The latest report of Oxfam is a testimony to the argument that capitalism in its present form –neoliberal capitalism– has created havoc in lives of billions of people. The report reveals that the wealthiest 1 % raked in 82 % of the total wealth generated in the year 2017. The half of the global population which is 3.7 billion people and who make up the poorest of the world gained nothing, the report suggests.

Though it is true that compared to the past the living standard of a majority of people has improved as far as access to public services, protection against diseases, two times meal a day are concerned. However, the inequality has increased disproportionately.

The significant chunk of annual global wealth goes to the pocket of the 1% because most states have adopted policies of deregulating the market. The countries have stopped the practice of protecting their populations against corporate greed. To accelerate the market growth tax cuts were introduced in the market – most recently by the US Congress – which ultimately doesn’t benefit ordinary people but the corporations and super-rich.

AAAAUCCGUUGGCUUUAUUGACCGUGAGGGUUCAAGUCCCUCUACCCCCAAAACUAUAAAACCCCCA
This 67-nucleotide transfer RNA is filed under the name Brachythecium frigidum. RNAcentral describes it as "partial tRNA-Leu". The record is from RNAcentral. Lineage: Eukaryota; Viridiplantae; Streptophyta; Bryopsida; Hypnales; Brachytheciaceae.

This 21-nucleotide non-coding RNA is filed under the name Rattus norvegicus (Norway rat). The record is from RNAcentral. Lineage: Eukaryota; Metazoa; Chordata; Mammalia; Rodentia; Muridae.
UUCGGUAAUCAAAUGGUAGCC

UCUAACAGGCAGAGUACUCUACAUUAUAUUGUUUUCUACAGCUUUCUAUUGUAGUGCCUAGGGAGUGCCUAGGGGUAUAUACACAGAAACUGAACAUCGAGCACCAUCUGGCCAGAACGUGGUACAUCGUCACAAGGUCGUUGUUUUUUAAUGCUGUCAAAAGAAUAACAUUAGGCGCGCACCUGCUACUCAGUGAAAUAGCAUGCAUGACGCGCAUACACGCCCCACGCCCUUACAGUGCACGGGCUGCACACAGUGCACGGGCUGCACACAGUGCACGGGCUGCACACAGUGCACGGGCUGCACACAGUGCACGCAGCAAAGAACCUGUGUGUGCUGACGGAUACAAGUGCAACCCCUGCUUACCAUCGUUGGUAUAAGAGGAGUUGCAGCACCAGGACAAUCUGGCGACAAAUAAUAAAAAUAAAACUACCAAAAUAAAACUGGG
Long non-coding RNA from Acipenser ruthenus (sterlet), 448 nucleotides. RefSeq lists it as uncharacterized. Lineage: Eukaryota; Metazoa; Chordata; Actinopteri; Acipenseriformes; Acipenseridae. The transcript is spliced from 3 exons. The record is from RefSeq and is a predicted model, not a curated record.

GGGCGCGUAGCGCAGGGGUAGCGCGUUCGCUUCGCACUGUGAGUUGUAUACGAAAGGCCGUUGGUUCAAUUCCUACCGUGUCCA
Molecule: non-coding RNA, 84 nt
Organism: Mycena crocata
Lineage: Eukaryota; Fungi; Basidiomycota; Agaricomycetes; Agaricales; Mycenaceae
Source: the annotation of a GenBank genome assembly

Moreover, the rhetoric that globalisation will bring in better life opportunities for everyone is yet to materialise. Rather, the process of globalisation has contributed to the global inequality. The inequality is not only on display in third world countries, but it is also manifesting itself with full might in highly developed countries like America.

The economies of the states nowadays are not benefitting all. Instead, a handful people enjoy all the benefits of the globalisation. Nothing other than the ongoing famine in the Democratic Republic of Congo explains the global inequality more bluntly where according to the United Nations’ agency World Food Program more than 3 million people are suffering from starvation.

The report holds nothing new by the way. Critics of the present form of economic policies that the governments are pursuing have already mentioned many a time how the system is tweaked in favor of the corporations and billionaires at the expanse of the majority of the people. No regard for human rights is shown when it comes to profit making. It’s hard to refute what the Executive Director of Oxfam, Winnie Byanyima, said, “The billionaire boom is not a sign of a thriving economy but a symptom of a failing economic system.”